Do any of us yearn to experience a theophany — for God to…wham…appear to us? Not just God’s gentle and sustaining presence behind all of existence, not just evidence of God’s providence, but an honest-to-God explosion of an appearance of God to you or to me? Do you?
This Sunday, I am continuing to help us work our way through the Acts of the Apostles. Even though Pentecost Sunday is long past this year, the story of Pentecost is central to, and interpretive of, the entire book. So I am going to take this story up again this Sunday, and probably also the Sunday after.
Here is the punch line for this Sunday. In contemplating the story of Pentecost in Acts, it occurred to me yesterday that this story is indeed about a theophany, a different kind of appearance of God than recorded in scripture previously, one that is perhaps gentler and less terrifying, but one that is much more demanding. In fact, all of our New Testament is about a different kind of theophany. Isn’t it.
Let me give this away a bit, to encourage you to come and participate this Sunday. I am convinced that, in our Pentecost story, the ones who experience the theophany…BECOME the theophany.
Our main scripture:
ACTS OF THE APOSTLES 2
“When the day of Pentecost had come, they were all together in one place. 2And suddenly from heaven there came a sound like the rush of a violent wind, and it filled the entire house where they were sitting. 3Divided tongues, as of fire, appeared among them, and a tongue rested on each of them. 4All of them were filled with the Holy Spirit and began to speak in other languages, as the Spirit gave them ability.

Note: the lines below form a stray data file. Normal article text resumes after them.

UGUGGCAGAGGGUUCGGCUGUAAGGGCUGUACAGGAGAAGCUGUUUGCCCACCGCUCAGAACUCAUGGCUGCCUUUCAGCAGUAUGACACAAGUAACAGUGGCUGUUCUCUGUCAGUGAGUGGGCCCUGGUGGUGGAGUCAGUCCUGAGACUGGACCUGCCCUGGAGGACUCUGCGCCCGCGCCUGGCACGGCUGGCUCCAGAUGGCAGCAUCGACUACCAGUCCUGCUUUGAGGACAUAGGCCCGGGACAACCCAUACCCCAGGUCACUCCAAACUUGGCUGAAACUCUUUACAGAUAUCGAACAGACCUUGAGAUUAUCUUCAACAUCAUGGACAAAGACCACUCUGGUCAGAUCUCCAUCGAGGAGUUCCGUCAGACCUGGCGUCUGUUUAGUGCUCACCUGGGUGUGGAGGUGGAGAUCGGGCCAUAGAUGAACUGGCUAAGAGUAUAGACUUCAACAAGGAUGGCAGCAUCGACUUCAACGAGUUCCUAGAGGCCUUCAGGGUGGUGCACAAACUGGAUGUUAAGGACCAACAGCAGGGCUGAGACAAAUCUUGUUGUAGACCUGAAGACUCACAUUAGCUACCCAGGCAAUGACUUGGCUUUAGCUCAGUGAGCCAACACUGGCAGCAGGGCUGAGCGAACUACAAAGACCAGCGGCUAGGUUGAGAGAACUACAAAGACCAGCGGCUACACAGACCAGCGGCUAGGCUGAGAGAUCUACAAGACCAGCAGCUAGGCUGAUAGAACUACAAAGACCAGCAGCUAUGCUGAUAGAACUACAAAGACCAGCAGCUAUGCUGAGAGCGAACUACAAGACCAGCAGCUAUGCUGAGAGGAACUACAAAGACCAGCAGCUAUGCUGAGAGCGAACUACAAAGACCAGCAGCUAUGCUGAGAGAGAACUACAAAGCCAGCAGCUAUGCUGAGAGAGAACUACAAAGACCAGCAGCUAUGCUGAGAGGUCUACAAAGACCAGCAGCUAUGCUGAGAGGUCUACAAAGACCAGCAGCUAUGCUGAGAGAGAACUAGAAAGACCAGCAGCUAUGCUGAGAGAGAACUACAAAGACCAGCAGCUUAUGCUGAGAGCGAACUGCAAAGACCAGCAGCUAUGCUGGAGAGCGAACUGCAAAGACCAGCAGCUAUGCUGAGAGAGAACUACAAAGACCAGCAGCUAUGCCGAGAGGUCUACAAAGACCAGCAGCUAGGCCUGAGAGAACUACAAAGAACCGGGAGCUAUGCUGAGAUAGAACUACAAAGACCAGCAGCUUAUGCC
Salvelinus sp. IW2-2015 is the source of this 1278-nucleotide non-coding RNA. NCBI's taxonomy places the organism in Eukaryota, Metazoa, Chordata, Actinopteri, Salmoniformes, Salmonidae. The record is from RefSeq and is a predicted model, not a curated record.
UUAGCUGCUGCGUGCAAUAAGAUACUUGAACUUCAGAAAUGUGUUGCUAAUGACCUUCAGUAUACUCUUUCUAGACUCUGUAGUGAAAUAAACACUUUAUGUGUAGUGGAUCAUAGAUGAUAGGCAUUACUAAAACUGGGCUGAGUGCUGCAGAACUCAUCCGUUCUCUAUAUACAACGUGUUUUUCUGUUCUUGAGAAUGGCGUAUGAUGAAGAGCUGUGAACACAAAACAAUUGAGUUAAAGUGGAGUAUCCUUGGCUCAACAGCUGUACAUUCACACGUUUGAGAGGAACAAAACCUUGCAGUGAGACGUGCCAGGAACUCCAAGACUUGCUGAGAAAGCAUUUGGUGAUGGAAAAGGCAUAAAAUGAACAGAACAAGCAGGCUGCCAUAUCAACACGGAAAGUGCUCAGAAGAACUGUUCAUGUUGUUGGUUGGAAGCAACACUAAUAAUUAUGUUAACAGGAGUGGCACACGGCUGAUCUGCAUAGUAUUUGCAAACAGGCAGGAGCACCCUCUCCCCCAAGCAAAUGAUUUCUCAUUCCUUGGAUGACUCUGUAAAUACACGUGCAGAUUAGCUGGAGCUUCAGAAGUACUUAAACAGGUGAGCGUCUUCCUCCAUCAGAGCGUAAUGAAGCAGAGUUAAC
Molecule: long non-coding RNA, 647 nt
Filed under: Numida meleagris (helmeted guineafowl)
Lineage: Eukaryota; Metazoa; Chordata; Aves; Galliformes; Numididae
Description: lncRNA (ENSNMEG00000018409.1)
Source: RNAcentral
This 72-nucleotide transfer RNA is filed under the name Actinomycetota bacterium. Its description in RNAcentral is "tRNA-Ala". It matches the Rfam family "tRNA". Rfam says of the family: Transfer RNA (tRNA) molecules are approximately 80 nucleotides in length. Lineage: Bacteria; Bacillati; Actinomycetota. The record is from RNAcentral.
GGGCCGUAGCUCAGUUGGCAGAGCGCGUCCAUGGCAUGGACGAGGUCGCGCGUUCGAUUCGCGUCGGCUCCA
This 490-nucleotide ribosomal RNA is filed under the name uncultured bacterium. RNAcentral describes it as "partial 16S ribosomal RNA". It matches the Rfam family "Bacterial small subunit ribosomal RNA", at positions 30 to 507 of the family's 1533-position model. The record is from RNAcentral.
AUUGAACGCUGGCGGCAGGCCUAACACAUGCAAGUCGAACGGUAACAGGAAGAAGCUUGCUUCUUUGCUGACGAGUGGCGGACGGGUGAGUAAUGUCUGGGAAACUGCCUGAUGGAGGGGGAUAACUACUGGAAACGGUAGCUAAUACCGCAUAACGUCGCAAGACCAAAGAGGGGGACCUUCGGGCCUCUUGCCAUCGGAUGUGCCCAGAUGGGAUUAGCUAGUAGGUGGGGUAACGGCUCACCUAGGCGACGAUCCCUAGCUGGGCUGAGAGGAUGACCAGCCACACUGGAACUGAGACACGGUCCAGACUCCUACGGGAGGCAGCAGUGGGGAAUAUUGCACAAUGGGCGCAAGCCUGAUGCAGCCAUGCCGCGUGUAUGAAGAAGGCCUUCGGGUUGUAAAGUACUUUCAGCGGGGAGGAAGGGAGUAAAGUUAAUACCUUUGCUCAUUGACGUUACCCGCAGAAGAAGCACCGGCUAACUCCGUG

5Now there were devout Jews from every nation under heaven living in Jerusalem. 6And at this sound the crowd gathered and was bewildered, because each one heard them speaking in the native language of each. 7Amazed and astonished, they asked, “Are not all these who are speaking Galileans? 8And how is it that we hear, each of us, in our own native language? …12All were amazed and perplexed, saying to one another, “What does this mean?” …
14But Peter, standing with the eleven, raised his voice and addressed them, “Men of Judea and all who live in Jerusalem, let this be known to you, and listen to what I say. 15Indeed, these are not drunk, as you suppose, for it is only nine o’clock in the morning. 16No, this is what was spoken through the prophet Joel: 17‘In the last days it will be, God declares, that I will pour out my Spirit upon all flesh, and your sons and your daughters shall prophesy, and your young men shall see visions, and your old men shall dream dreams. 18Even upon my slaves, both men and women, in those days I will pour out my Spirit; and they shall prophesy. 19And I will show portents in the heaven above and signs on the earth below, blood, and fire, and smoky mist. 20The sun shall be turned to darkness and the moon to blood, before the coming of the Lord’s great and glorious day. 21Then everyone who calls on the name of the Lord shall be saved.’ …
43 Awe came upon everyone, because many wonders and signs were being done by the apostles. 44All who believed were together and had all things in common; 45they would sell their possessions and goods and distribute the proceeds to all, as any had need. 46Day by day, as they spent much time together in the temple, they broke bread at home and ate their food with glad and generous hearts, 47praising God and having the goodwill of all the people. And day by day the Lord added to their number those who were being rescued.”
Glad to be back.